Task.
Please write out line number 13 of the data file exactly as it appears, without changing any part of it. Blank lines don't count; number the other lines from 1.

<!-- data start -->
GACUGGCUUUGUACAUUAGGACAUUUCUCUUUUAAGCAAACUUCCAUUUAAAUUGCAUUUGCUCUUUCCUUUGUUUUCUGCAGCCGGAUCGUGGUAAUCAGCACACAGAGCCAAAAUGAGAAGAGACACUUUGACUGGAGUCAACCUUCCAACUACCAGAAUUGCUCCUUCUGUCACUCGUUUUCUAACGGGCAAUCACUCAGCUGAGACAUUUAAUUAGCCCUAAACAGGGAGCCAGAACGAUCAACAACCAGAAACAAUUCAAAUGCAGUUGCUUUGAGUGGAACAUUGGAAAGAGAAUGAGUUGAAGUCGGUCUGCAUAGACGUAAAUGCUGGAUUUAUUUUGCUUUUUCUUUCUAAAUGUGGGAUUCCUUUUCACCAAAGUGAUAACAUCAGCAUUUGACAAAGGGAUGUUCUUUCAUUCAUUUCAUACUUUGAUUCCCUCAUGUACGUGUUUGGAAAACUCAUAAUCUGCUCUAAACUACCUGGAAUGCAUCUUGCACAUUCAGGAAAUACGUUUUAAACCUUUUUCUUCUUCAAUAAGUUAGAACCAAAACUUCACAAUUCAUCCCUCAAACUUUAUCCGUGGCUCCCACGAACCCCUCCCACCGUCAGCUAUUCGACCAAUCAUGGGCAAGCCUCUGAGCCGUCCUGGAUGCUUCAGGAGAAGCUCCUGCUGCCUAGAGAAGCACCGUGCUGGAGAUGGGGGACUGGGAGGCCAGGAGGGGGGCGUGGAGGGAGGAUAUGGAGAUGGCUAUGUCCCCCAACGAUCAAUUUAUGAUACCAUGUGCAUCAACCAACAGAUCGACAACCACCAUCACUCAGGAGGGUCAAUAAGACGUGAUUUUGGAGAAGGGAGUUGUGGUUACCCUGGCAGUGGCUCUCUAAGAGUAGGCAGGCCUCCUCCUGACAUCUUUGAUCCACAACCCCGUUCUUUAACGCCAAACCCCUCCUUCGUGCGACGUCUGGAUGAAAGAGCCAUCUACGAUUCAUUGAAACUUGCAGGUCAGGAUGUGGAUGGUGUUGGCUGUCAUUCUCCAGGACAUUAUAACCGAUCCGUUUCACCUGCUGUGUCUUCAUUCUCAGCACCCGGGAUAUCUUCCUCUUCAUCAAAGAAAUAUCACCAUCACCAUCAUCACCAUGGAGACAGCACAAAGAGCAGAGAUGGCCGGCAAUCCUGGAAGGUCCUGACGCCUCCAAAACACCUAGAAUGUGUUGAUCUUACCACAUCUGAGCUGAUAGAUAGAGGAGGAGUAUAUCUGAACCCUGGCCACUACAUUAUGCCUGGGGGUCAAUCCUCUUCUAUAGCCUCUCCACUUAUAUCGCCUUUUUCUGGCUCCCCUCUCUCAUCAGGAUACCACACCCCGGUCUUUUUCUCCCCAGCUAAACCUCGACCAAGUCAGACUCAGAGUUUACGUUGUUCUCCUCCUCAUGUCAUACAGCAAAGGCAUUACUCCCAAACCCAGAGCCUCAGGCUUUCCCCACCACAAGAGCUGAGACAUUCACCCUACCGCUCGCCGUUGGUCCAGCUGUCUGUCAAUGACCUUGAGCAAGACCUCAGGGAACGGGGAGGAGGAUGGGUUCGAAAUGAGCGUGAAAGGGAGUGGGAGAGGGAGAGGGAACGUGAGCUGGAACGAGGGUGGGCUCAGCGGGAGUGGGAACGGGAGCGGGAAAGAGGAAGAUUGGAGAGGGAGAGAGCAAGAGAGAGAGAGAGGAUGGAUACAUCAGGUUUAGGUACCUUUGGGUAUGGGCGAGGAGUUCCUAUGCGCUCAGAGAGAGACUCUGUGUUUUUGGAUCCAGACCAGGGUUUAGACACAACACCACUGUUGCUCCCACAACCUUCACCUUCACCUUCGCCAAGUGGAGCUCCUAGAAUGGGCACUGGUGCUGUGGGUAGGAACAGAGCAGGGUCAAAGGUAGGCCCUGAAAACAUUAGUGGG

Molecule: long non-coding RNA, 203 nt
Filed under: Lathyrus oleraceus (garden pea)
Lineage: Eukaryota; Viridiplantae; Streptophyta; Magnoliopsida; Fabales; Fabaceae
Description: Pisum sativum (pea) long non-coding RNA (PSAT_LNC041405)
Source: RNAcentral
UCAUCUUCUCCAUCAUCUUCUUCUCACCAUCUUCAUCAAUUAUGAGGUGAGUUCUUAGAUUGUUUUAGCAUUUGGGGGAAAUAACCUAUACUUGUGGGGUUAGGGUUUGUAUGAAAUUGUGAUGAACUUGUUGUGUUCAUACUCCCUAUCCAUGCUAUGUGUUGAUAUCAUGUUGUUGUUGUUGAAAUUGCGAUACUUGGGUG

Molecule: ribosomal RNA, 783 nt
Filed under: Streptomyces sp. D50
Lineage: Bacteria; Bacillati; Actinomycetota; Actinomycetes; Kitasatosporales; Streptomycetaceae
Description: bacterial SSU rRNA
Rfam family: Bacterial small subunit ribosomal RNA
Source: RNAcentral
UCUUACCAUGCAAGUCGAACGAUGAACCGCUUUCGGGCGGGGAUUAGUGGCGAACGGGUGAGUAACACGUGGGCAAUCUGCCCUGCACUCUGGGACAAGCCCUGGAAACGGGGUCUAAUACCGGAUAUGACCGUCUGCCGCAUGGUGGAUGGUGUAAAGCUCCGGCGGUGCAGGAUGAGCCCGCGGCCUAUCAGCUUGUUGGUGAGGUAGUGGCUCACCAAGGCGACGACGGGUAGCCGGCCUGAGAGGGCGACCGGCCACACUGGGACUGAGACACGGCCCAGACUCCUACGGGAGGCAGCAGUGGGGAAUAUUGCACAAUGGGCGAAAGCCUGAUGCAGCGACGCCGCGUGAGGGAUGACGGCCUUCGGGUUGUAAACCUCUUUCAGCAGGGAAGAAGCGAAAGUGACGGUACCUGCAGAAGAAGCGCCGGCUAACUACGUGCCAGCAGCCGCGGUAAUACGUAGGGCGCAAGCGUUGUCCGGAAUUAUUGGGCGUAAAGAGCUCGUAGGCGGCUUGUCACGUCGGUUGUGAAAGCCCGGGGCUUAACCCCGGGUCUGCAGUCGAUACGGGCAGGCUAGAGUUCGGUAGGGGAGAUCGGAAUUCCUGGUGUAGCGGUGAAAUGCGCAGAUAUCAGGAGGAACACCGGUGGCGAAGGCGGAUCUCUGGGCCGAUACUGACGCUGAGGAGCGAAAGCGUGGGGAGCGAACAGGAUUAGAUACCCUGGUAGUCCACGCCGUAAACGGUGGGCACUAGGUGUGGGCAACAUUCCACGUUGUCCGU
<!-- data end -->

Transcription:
Source: RNAcentral